SVN and Active Directory

Our old SVN/Trac system is getting a shakeup. We’re constructing a new wiki project for the next version of our product and this seemed like the ideal time to rearrange the furniture. Trac’s getting moved to an actual database (backing up an SQLite DB centrally was getting annoying) and SVN’s finally getting its own server. A properly-configured reverse proxy acting as gateway to all the services should eliminate differences between internal and external URLs for a given service. The whole shebang’s being moved to Ubuntu Linux 7.04 too, since NFSv4 is much nicer for running shared repos and Trac project dirs than Windows Networking, and although we’re not running redundant/load-balanced Trac servers yet it’s probably a good idea to think ahead.

Of course, the reason we used Windows Server originally was that we needed Active Directory integration for Trac and SVN, and the Apache SSPI module is not available on Linux. Group-based, per-directory access control is awkward even with that setup, but there’s a solution: using mod_authz_svn for access control and running a script to synchronise the module’s user file with Active Directory via LDAP. I wasn’t able to find such a script, but hacking one together didn’t take long:


#!/usr/bin/perl
use warnings;
use strict;
use Net::LDAP;
sub resolve_group($);
sub get_member_users($);
sub get_users_in_group($);
# Domain name.
my $ldap_domain = "<your domain name here>";
# DN of the LDAP directory root.
my $ldap_root = "dc=".$ldap_domain;
$ldap_root =~ s/./,dc=/g;
# Domain Controllers.
my @dcs = ( 'dc1', 'dc2' );
# DN of the LDAP directory base for our queries.
my $ldap_base = "<your base DN here>,$ldap_root";
# Authorisation of guest account used for queries.
my $ldap_username = "<guest AD user DN here>";
my $ldap_password = "<guest AD user's password here>";
#====================================
# Connect and bind to LDAP server.
my $ldap;
foreach (@dcs) {
$ldap = Net::LDAP->new("$_.$ldap_domain") and last;
}
$ldap or die "$@";
$ldap->bind($ldap_username, password => $ldap_password) or die "$@";
# Gets a group by cn.
sub resolve_group($)
{
my($name) = @_;
my $mesg = $ldap->search(
base => $ldap_base,
filter => "(&(cn=$name)(objectClass=group))",
sizelimit => 1
) or die "$@";
return $mesg->entry(0);
}
# Gets sAMAccountName attribute from all member users of a group, descending
# recursively into member groups.
sub get_member_users($)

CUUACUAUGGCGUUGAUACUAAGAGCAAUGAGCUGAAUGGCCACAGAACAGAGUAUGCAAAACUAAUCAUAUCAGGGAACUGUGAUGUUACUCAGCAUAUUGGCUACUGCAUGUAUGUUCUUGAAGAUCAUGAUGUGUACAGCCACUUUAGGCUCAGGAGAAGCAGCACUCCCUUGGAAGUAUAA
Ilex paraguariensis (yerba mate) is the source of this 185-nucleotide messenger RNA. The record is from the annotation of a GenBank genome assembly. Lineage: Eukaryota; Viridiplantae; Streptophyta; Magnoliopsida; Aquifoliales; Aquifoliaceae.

{
my($group) = @_;
my @users = ();
my $members = $group->get_value('member', asref=>1);
foreach (@{$members}) {
my($mesg, $member, @objectClass);
$mesg = $ldap->search(
base => $_,
filter => "(objectClass=*)",
attrs => [ 'member', 'dn', 'sAMAccountName', 'objectClass' ]
);
$member = $mesg->entry(0);
@objectClass = @{$member->get_value('objectClass', asref=>1)};
if ( grep $_ eq "group", @objectClass ) {
push @users, get_member_users($member);
}
if ( grep $_ eq "user", @objectClass ) {
push @users, @{$member->get_value('sAMAccountName', asref=>1)};
}
}
return @users;
}
sub get_users_in_group($)
{
my($groupName) = @_;
my $group = resolve_group($groupName);
return keys %{{ map { lc $_ => 1 } get_member_users($group) }};
}
my($section, @usernames);
while (readline STDIN) {
if($_ =~ /[(.*?)]/) {
$section = $1;
} elsif($section eq "groups" and $_ =~ /^(.*?)s*=/) {
@usernames = get_users_in_group($1);
my $list = join ', ', @usernames;
$_ = "$1 = $listn";
}
print $_;
}
$ldap->unbind;

(Yes, Perl’s even nastier when the blog software strips out the indentation and blank lines…)

Download update-groups.pl.

Active Directory will not allow an LDAP client to operate against it anonymously, therefore you will have to provide a user DN and a password in plaintext in the script. Fortunately, the permissions required for this script to operate are minimal. Simply create a new user in the Directory, add it to Domain Guests, set Domain Guests as primary group, and remove from Domain Users. Assuming you haven’t granted extra privileges to Domain Guests, the script will get no more than it needs to operate.

Fill in the fields appropriately for your Active Directory and write a mod_authz_svn user file, eg.:

[groups]
Administrators =
[/]
* = r
@Administrators = rw

When run against this, the Perl script will look up every group name specified in [groups], extract all the member user names from the Active Directory, and write out the new group definition. The script takes input on STDIN and generates output on STDOUT, so run something like the following as a cron job (adjust paths as necessary):

#!/bin/bash
cd /svn
cat security.conf | perl update-groups.pl > security.conf.new && mv security.conf.new security.conf

This will only replace the user file if the new one is generated without errors.

Of course, to authenticate HTTP access to the repo you will have to configure Apache to use LDAP appropriately too. Something like the following works:

<Location />
AuthLDAPURL "ldap://<your domain controllers here>/<full DN for LDAP base here>?sAMAccountName?sub?(objectClass=user)"
AuthLDAPBindDN "<guest AD user's DN here>"
AuthLDAPBindPassword <guest AD user's password here>"
AuthBasicProvider ldap
AuthUserFile /dev/null
AuthType Basic
AuthzLDAPAuthoritative off
AuthName "Repository"
Require valid-user
DAV svn
SVNParentPath /svn
AuthzSVNAccessFile /svn/security.conf
</Location>

As before, fix up paths and values as necessary. Something similar can be used for controlling access to Trac. Don’t forget to add the mod_authz_svn, mod_authnz_ldap and mod_ldap modules to your Apache configuration, depending on Linux distro and version.